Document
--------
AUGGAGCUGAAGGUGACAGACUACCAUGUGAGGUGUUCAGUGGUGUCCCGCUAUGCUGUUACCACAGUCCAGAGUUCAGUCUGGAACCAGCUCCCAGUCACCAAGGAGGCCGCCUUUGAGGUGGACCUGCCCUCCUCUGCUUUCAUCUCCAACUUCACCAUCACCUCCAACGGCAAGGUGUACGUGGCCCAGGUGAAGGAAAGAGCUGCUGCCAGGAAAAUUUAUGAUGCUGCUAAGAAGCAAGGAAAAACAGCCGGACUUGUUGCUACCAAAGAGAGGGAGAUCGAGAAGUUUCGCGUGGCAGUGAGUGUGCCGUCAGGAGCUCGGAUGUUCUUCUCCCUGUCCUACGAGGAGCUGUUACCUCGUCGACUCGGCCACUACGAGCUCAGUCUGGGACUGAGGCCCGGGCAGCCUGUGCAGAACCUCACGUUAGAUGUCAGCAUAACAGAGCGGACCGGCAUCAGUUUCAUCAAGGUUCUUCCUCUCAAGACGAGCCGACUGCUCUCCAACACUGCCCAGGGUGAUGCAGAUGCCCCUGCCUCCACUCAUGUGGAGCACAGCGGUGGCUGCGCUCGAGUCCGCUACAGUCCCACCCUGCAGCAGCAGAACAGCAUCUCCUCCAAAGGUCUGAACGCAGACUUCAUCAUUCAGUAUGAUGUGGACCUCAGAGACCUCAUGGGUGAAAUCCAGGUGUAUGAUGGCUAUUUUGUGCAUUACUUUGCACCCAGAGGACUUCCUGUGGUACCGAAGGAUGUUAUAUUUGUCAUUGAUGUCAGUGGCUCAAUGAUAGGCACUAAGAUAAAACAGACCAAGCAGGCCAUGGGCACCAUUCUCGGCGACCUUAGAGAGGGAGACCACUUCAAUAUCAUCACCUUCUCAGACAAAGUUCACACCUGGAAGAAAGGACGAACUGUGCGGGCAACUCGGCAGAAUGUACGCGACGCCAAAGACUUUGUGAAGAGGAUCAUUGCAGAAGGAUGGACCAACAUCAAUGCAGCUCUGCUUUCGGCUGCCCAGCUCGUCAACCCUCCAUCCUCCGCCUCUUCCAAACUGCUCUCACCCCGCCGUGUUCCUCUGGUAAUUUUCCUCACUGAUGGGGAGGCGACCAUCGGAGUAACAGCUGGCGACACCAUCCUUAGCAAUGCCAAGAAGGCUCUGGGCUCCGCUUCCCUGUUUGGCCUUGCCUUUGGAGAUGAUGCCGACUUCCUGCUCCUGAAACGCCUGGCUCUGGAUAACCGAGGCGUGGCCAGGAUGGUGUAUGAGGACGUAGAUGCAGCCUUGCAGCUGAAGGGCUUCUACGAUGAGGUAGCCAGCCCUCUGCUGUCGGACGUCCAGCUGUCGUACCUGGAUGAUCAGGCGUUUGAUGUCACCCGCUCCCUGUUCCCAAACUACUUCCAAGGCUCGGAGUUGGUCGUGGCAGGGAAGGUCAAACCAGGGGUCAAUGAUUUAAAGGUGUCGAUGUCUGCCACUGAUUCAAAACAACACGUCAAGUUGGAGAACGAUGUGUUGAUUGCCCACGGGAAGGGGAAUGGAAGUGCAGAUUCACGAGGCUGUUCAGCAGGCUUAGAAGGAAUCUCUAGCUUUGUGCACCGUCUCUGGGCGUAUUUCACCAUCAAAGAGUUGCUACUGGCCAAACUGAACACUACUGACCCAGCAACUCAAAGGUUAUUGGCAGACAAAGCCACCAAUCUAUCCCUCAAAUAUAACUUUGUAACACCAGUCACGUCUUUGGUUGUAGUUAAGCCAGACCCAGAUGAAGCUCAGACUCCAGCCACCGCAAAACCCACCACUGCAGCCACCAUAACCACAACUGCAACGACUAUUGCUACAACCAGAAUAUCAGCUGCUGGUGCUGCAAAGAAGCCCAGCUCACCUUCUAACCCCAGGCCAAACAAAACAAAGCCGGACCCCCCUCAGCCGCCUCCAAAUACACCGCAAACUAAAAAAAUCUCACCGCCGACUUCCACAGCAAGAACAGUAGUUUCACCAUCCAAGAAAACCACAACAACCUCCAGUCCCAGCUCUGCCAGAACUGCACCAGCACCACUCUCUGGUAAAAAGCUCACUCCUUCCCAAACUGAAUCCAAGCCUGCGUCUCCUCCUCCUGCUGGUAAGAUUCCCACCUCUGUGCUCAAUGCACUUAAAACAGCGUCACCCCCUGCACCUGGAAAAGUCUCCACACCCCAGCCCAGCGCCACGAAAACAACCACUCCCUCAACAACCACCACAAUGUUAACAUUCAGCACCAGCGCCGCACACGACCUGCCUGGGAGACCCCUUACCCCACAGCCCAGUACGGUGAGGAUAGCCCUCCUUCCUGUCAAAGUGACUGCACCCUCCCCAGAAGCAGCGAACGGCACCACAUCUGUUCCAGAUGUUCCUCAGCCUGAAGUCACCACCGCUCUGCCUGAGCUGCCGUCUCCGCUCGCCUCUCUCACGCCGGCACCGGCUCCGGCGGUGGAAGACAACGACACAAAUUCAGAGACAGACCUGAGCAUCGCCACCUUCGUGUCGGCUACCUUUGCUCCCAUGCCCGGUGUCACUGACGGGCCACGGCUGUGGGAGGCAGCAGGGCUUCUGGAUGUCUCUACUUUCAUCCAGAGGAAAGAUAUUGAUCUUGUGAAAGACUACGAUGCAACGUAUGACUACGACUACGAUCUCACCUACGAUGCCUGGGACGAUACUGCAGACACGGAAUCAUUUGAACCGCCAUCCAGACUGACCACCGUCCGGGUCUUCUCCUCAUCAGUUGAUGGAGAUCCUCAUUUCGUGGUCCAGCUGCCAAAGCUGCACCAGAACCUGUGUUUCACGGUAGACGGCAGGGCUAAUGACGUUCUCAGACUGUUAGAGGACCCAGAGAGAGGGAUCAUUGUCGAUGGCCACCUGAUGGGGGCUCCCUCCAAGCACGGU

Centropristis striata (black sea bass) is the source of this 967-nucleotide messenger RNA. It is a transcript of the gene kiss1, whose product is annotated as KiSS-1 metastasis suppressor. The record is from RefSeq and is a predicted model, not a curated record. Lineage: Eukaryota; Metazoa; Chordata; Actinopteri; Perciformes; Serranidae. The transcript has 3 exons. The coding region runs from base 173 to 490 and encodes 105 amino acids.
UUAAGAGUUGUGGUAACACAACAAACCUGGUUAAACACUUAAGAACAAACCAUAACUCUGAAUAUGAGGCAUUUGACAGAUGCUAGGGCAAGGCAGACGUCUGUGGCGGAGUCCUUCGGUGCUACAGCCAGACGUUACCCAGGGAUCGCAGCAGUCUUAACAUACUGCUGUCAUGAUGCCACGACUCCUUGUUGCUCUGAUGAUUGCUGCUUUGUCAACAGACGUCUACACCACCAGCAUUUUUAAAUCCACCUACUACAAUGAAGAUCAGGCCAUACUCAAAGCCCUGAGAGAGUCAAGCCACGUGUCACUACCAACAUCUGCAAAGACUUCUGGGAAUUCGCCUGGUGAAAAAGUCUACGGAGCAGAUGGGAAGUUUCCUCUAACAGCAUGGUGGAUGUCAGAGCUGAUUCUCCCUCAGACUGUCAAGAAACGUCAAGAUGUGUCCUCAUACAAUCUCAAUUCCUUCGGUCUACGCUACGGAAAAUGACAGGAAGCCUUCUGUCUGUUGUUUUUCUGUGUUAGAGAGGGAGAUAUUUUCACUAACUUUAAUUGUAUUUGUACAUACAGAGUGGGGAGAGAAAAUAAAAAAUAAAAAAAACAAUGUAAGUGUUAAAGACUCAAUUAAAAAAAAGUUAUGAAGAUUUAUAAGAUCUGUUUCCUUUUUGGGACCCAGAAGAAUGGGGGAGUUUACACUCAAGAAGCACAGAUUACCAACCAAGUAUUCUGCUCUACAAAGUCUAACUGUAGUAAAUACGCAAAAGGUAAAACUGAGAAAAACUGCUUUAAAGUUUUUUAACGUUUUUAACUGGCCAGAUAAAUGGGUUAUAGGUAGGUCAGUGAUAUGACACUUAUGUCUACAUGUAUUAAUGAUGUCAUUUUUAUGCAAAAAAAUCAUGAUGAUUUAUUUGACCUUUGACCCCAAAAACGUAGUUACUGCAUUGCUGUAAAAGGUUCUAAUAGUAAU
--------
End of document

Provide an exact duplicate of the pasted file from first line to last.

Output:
AUGGAGCUGAAGGUGACAGACUACCAUGUGAGGUGUUCAGUGGUGUCCCGCUAUGCUGUUACCACAGUCCAGAGUUCAGUCUGGAACCAGCUCCCAGUCACCAAGGAGGCCGCCUUUGAGGUGGACCUGCCCUCCUCUGCUUUCAUCUCCAACUUCACCAUCACCUCCAACGGCAAGGUGUACGUGGCCCAGGUGAAGGAAAGAGCUGCUGCCAGGAAAAUUUAUGAUGCUGCUAAGAAGCAAGGAAAAACAGCCGGACUUGUUGCUACCAAAGAGAGGGAGAUCGAGAAGUUUCGCGUGGCAGUGAGUGUGCCGUCAGGAGCUCGGAUGUUCUUCUCCCUGUCCUACGAGGAGCUGUUACCUCGUCGACUCGGCCACUACGAGCUCAGUCUGGGACUGAGGCCCGGGCAGCCUGUGCAGAACCUCACGUUAGAUGUCAGCAUAACAGAGCGGACCGGCAUCAGUUUCAUCAAGGUUCUUCCUCUCAAGACGAGCCGACUGCUCUCCAACACUGCCCAGGGUGAUGCAGAUGCCCCUGCCUCCACUCAUGUGGAGCACAGCGGUGGCUGCGCUCGAGUCCGCUACAGUCCCACCCUGCAGCAGCAGAACAGCAUCUCCUCCAAAGGUCUGAACGCAGACUUCAUCAUUCAGUAUGAUGUGGACCUCAGAGACCUCAUGGGUGAAAUCCAGGUGUAUGAUGGCUAUUUUGUGCAUUACUUUGCACCCAGAGGACUUCCUGUGGUACCGAAGGAUGUUAUAUUUGUCAUUGAUGUCAGUGGCUCAAUGAUAGGCACUAAGAUAAAACAGACCAAGCAGGCCAUGGGCACCAUUCUCGGCGACCUUAGAGAGGGAGACCACUUCAAUAUCAUCACCUUCUCAGACAAAGUUCACACCUGGAAGAAAGGACGAACUGUGCGGGCAACUCGGCAGAAUGUACGCGACGCCAAAGACUUUGUGAAGAGGAUCAUUGCAGAAGGAUGGACCAACAUCAAUGCAGCUCUGCUUUCGGCUGCCCAGCUCGUCAACCCUCCAUCCUCCGCCUCUUCCAAACUGCUCUCACCCCGCCGUGUUCCUCUGGUAAUUUUCCUCACUGAUGGGGAGGCGACCAUCGGAGUAACAGCUGGCGACACCAUCCUUAGCAAUGCCAAGAAGGCUCUGGGCUCCGCUUCCCUGUUUGGCCUUGCCUUUGGAGAUGAUGCCGACUUCCUGCUCCUGAAACGCCUGGCUCUGGAUAACCGAGGCGUGGCCAGGAUGGUGUAUGAGGACGUAGAUGCAGCCUUGCAGCUGAAGGGCUUCUACGAUGAGGUAGCCAGCCCUCUGCUGUCGGACGUCCAGCUGUCGUACCUGGAUGAUCAGGCGUUUGAUGUCACCCGCUCCCUGUUCCCAAACUACUUCCAAGGCUCGGAGUUGGUCGUGGCAGGGAAGGUCAAACCAGGGGUCAAUGAUUUAAAGGUGUCGAUGUCUGCCACUGAUUCAAAACAACACGUCAAGUUGGAGAACGAUGUGUUGAUUGCCCACGGGAAGGGGAAUGGAAGUGCAGAUUCACGAGGCUGUUCAGCAGGCUUAGAAGGAAUCUCUAGCUUUGUGCACCGUCUCUGGGCGUAUUUCACCAUCAAAGAGUUGCUACUGGCCAAACUGAACACUACUGACCCAGCAACUCAAAGGUUAUUGGCAGACAAAGCCACCAAUCUAUCCCUCAAAUAUAACUUUGUAACACCAGUCACGUCUUUGGUUGUAGUUAAGCCAGACCCAGAUGAAGCUCAGACUCCAGCCACCGCAAAACCCACCACUGCAGCCACCAUAACCACAACUGCAACGACUAUUGCUACAACCAGAAUAUCAGCUGCUGGUGCUGCAAAGAAGCCCAGCUCACCUUCUAACCCCAGGCCAAACAAAACAAAGCCGGACCCCCCUCAGCCGCCUCCAAAUACACCGCAAACUAAAAAAAUCUCACCGCCGACUUCCACAGCAAGAACAGUAGUUUCACCAUCCAAGAAAACCACAACAACCUCCAGUCCCAGCUCUGCCAGAACUGCACCAGCACCACUCUCUGGUAAAAAGCUCACUCCUUCCCAAACUGAAUCCAAGCCUGCGUCUCCUCCUCCUGCUGGUAAGAUUCCCACCUCUGUGCUCAAUGCACUUAAAACAGCGUCACCCCCUGCACCUGGAAAAGUCUCCACACCCCAGCCCAGCGCCACGAAAACAACCACUCCCUCAACAACCACCACAAUGUUAACAUUCAGCACCAGCGCCGCACACGACCUGCCUGGGAGACCCCUUACCCCACAGCCCAGUACGGUGAGGAUAGCCCUCCUUCCUGUCAAAGUGACUGCACCCUCCCCAGAAGCAGCGAACGGCACCACAUCUGUUCCAGAUGUUCCUCAGCCUGAAGUCACCACCGCUCUGCCUGAGCUGCCGUCUCCGCUCGCCUCUCUCACGCCGGCACCGGCUCCGGCGGUGGAAGACAACGACACAAAUUCAGAGACAGACCUGAGCAUCGCCACCUUCGUGUCGGCUACCUUUGCUCCCAUGCCCGGUGUCACUGACGGGCCACGGCUGUGGGAGGCAGCAGGGCUUCUGGAUGUCUCUACUUUCAUCCAGAGGAAAGAUAUUGAUCUUGUGAAAGACUACGAUGCAACGUAUGACUACGACUACGAUCUCACCUACGAUGCCUGGGACGAUACUGCAGACACGGAAUCAUUUGAACCGCCAUCCAGACUGACCACCGUCCGGGUCUUCUCCUCAUCAGUUGAUGGAGAUCCUCAUUUCGUGGUCCAGCUGCCAAAGCUGCACCAGAACCUGUGUUUCACGGUAGACGGCAGGGCUAAUGACGUUCUCAGACUGUUAGAGGACCCAGAGAGAGGGAUCAUUGUCGAUGGCCACCUGAUGGGGGCUCCCUCCAAGCACGGU

Centropristis striata (black sea bass) is the source of this 967-nucleotide messenger RNA. It is a transcript of the gene kiss1, whose product is annotated as KiSS-1 metastasis suppressor. The record is from RefSeq and is a predicted model, not a curated record. Lineage: Eukaryota; Metazoa; Chordata; Actinopteri; Perciformes; Serranidae. The transcript has 3 exons. The coding region runs from base 173 to 490 and encodes 105 amino acids.
UUAAGAGUUGUGGUAACACAACAAACCUGGUUAAACACUUAAGAACAAACCAUAACUCUGAAUAUGAGGCAUUUGACAGAUGCUAGGGCAAGGCAGACGUCUGUGGCGGAGUCCUUCGGUGCUACAGCCAGACGUUACCCAGGGAUCGCAGCAGUCUUAACAUACUGCUGUCAUGAUGCCACGACUCCUUGUUGCUCUGAUGAUUGCUGCUUUGUCAACAGACGUCUACACCACCAGCAUUUUUAAAUCCACCUACUACAAUGAAGAUCAGGCCAUACUCAAAGCCCUGAGAGAGUCAAGCCACGUGUCACUACCAACAUCUGCAAAGACUUCUGGGAAUUCGCCUGGUGAAAAAGUCUACGGAGCAGAUGGGAAGUUUCCUCUAACAGCAUGGUGGAUGUCAGAGCUGAUUCUCCCUCAGACUGUCAAGAAACGUCAAGAUGUGUCCUCAUACAAUCUCAAUUCCUUCGGUCUACGCUACGGAAAAUGACAGGAAGCCUUCUGUCUGUUGUUUUUCUGUGUUAGAGAGGGAGAUAUUUUCACUAACUUUAAUUGUAUUUGUACAUACAGAGUGGGGAGAGAAAAUAAAAAAUAAAAAAAACAAUGUAAGUGUUAAAGACUCAAUUAAAAAAAAGUUAUGAAGAUUUAUAAGAUCUGUUUCCUUUUUGGGACCCAGAAGAAUGGGGGAGUUUACACUCAAGAAGCACAGAUUACCAACCAAGUAUUCUGCUCUACAAAGUCUAACUGUAGUAAAUACGCAAAAGGUAAAACUGAGAAAAACUGCUUUAAAGUUUUUUAACGUUUUUAACUGGCCAGAUAAAUGGGUUAUAGGUAGGUCAGUGAUAUGACACUUAUGUCUACAUGUAUUAAUGAUGUCAUUUUUAUGCAAAAAAAUCAUGAUGAUUUAUUUGACCUUUGACCCCAAAAACGUAGUUACUGCAUUGCUGUAAAAGGUUCUAAUAGUAAU